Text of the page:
The conflict transformation initiative is a devolved matter, and it was for the Minister of Social Development to decide whether to continue to fund the organisations involved. I had discussions with the Minister of Social Development, because one of the criteria that she set in her decision on funding was in relation to decommissioning, which remains a matter for my right hon. Friend the Secretary of State and me rather than being a devolved matter. We have always been clear, however, that the issue concerned was entirely for her to decide, and she has decided.
In the light of the hideous murder of Paul Quinn, the two attacks on policemen in recent days and the refusal of loyalist paramilitaries fully to decommission, the Minister of State will agree that the key to a stable peace is for local communities to work with the police at all levels. What additional steps does he propose to improve that engagement?
The strong message from my right hon. Friend the Secretary of State and me, from the Chief Constable, and from political leaders in Northern Ireland in the wake of the events that the hon. Gentleman outlines has been that the community should come forward, stand shoulder to shoulder with their police officers, and ensure that the small number of people who are responsible for those dreadful events are brought to justice and put behind bars.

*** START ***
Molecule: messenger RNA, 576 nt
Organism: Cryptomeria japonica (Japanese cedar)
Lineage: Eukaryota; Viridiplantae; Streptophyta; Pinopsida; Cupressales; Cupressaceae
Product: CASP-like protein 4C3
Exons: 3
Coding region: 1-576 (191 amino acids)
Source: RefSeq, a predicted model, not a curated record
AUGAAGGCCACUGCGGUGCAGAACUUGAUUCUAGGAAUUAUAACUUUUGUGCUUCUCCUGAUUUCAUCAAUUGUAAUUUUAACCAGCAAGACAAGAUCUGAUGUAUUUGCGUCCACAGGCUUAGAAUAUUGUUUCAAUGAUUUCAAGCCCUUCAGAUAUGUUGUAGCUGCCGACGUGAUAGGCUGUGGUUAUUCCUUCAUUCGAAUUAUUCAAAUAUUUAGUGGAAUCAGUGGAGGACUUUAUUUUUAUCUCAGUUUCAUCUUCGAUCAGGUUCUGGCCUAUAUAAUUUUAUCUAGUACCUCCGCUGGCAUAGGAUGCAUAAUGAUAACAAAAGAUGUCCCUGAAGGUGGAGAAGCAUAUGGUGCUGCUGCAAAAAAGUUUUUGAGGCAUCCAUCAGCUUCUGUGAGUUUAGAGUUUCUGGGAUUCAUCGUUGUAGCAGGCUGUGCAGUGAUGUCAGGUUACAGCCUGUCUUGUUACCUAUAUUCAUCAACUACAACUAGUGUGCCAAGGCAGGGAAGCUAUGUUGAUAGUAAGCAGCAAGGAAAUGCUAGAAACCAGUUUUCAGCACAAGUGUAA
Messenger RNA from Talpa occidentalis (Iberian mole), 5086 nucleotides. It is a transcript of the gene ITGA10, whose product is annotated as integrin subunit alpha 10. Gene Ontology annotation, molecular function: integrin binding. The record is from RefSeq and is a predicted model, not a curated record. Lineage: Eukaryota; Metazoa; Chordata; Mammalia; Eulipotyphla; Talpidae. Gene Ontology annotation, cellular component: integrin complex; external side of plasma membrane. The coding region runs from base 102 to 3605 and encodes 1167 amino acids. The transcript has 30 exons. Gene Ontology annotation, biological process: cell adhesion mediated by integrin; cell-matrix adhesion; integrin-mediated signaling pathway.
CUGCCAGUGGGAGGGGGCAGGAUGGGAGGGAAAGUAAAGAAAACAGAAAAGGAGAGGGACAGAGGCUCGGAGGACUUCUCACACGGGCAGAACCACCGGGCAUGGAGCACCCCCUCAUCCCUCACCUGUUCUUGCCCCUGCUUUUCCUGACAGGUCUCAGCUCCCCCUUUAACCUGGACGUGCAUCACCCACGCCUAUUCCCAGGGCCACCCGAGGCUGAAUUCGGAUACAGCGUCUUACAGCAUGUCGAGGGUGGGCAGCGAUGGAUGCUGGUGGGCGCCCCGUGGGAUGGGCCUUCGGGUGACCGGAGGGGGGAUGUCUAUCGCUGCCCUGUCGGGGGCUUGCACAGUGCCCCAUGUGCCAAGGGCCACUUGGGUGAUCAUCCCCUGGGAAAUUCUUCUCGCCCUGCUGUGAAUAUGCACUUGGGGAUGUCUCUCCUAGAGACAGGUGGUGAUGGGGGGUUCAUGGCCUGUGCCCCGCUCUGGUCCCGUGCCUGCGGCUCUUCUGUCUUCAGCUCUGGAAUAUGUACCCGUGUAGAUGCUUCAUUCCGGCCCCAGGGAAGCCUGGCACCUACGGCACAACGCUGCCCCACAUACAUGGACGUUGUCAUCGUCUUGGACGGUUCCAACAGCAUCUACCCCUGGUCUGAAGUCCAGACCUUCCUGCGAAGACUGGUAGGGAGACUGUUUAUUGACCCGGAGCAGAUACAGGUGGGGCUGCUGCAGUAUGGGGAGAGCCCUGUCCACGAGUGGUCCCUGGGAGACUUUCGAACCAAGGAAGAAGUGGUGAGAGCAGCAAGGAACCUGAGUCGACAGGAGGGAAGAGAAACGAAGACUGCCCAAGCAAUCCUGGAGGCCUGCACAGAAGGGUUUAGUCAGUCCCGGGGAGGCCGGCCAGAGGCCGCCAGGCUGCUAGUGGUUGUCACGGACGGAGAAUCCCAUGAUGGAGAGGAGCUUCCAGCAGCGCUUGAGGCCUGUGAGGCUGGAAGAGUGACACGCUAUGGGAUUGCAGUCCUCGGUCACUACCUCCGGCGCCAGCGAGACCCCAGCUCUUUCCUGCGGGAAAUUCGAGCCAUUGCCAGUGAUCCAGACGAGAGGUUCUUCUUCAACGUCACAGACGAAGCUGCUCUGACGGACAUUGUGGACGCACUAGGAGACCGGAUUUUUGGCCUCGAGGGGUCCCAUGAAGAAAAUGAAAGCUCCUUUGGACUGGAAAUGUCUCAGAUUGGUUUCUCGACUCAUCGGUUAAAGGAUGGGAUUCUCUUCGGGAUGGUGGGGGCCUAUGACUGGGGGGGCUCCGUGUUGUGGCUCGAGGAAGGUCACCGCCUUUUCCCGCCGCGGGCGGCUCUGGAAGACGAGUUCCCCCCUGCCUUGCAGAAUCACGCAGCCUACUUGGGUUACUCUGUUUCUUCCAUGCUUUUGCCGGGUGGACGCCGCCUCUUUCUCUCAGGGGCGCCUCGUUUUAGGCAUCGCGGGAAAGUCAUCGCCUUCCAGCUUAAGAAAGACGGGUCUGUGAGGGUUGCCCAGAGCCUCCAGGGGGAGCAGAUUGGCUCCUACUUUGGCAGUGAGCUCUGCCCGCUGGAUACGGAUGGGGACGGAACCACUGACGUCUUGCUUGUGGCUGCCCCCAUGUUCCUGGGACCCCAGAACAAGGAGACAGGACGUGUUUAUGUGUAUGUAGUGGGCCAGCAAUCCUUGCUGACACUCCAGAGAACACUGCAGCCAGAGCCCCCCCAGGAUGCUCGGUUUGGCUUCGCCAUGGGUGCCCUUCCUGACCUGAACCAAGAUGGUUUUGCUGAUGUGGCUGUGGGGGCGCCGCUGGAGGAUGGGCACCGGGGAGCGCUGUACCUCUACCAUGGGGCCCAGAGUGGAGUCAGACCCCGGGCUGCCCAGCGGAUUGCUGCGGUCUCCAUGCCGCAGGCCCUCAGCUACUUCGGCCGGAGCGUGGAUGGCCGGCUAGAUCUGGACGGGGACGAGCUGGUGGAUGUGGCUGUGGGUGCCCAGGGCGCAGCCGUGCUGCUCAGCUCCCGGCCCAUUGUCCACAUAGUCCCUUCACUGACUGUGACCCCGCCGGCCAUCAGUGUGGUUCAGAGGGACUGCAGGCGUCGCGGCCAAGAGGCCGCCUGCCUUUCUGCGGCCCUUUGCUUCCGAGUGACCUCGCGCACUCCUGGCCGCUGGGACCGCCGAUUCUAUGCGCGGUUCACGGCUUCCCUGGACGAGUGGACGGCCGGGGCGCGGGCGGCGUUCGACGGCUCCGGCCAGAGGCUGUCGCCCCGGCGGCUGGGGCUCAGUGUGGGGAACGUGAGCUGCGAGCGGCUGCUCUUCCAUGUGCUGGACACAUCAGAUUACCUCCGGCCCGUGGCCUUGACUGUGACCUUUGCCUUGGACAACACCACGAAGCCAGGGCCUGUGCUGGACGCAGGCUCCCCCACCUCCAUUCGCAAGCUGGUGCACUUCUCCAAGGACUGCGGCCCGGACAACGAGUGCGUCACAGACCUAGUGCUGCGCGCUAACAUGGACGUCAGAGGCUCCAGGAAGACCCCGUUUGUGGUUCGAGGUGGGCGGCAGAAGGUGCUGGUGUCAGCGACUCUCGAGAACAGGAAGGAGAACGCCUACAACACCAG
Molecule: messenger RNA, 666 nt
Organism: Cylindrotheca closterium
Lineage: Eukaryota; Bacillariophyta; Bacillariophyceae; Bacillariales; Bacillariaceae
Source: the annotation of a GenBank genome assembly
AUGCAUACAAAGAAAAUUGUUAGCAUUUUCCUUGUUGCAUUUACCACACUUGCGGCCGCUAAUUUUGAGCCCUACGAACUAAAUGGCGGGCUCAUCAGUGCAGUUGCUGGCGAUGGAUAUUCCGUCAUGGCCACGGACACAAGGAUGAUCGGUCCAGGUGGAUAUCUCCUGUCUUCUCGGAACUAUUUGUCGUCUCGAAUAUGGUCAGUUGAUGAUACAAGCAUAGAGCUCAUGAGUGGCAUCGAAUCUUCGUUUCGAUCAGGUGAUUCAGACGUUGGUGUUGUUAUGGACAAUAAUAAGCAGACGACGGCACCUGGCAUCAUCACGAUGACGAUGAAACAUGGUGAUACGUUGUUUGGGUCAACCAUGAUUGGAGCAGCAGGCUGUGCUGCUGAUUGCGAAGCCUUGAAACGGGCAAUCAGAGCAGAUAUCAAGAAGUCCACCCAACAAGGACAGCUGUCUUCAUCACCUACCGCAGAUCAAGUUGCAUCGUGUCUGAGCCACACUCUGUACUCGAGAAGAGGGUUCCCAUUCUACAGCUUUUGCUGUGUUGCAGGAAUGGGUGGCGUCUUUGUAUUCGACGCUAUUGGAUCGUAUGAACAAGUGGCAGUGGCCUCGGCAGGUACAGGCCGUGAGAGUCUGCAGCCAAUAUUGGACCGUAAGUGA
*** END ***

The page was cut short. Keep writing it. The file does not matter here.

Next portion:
I believe that in recent days it has become ever clearer that there is a determination in the community to provide such evidence and to come forward with statements. Only yesterday, during my visit to Dungannon, the police commented to me on the unprecedented co-operation from the community, along with an absolute determination among front-line police officers to ensure that those responsible are brought to justice. I think we should all be encouraged by that determination.
Does the Minister agree that the police must focus every existing resource on defeating criminal organisations? Given the enormous load imposed on the police by the continued retrospective inquiries, would he consider changing police priorities to allow the police to concentrate more resources on current dangers until the fuller co-operation of local communities is more evident?
Of course, every pound spent on investigating the past is a pound not spent on policing the present. I think we should emphasise the importance of dealing with the problems of the here and now. However, we have commitments in relation to inquiries, and they will continue to be honoured. We also have commitments in relation to the funding of policing in Northern Ireland, and we will continue to honour those as well.
Another important feature of recent times that has been evident to me, as police Minister, is the high level of co-operation between the Police Service of Northern Ireland and the Garda Siochana, which is essential in bearing down on the remaining criminality in Northern Ireland.